County maintains roads with less moneyPublished 7:00am Saturday, February 22, 2014
Last week, the T1 Coalition presented a proposal to the state legislature that calls for a short-term, three-year program to allocate funds for state aid road maintenance until a long-term program can be developed.
The T1 Coalition stated in their February newsletter that approximately $321 million of user fees collected specifically for highways as established with the 1987 Highway Program, has been used for other purposes.
The 1987 Highway Program was enacted by the legislature to establish an 18-cent per gallon user fee that would go toward increased safety, economic development and public access to highway systems.
Since 1987, the user fee hasn’t been adjusted for inflation and the legislation didn’t include a revenue source for maintenance of state, city and county roads and bridges.
In Pearl River County, about 20 percent of the 1,200 miles of roads are state aid roads that would benefit from the T1 Coalition proposal, said County Engineer Les Dungan.
Dale Miller, road department manager, said that he has tried to find ways to maintain the county roads with allocated funds, which have included cutting down on labor and equipment used and finding efficient processes.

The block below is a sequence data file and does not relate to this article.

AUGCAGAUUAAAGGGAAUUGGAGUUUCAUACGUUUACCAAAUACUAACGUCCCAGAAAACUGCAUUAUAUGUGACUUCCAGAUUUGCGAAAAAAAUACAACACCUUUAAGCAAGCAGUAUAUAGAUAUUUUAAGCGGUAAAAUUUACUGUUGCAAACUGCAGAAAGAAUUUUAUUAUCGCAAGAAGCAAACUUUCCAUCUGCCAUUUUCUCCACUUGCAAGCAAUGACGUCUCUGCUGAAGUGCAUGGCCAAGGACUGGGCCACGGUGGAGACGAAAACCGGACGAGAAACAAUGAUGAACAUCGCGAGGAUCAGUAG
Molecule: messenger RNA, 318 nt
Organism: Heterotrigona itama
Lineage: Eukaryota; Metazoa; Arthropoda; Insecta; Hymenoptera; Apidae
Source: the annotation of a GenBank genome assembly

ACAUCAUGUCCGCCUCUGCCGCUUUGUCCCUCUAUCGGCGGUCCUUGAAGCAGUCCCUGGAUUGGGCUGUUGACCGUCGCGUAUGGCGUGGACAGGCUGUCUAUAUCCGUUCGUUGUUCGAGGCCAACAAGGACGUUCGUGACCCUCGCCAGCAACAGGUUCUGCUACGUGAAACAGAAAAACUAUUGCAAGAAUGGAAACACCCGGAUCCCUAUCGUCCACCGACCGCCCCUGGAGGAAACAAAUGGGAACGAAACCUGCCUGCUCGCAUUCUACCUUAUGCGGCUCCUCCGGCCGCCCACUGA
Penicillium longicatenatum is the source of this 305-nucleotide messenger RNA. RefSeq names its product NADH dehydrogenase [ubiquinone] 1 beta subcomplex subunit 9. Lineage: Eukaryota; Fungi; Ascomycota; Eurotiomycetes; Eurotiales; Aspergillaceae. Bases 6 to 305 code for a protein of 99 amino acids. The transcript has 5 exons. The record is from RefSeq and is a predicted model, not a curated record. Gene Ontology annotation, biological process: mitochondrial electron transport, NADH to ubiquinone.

Miller said the department is finding processes that last longer and are cost efficient. The department has also downsized on equipment and enters into lease-purchase agreements that include service contracts.
The service contracts allow the department to save money on parts and maintenance, Miller said.
Previous to switching to lease-purchase agreements, Miller said the department was spending about $370,000 on parts alone, compared to Hancock County’s $70,000 bill.
Miller said the most needed project is repaving heavily used roads, which would include state-aid eligible roads.
“We realize without additional maintenance funds that our roads are going to be in much worse condition than they are now,” Dungan said.
Dungan explained that if maintenance is neglected for too long, the road turns into a reconstruction project, which costs more.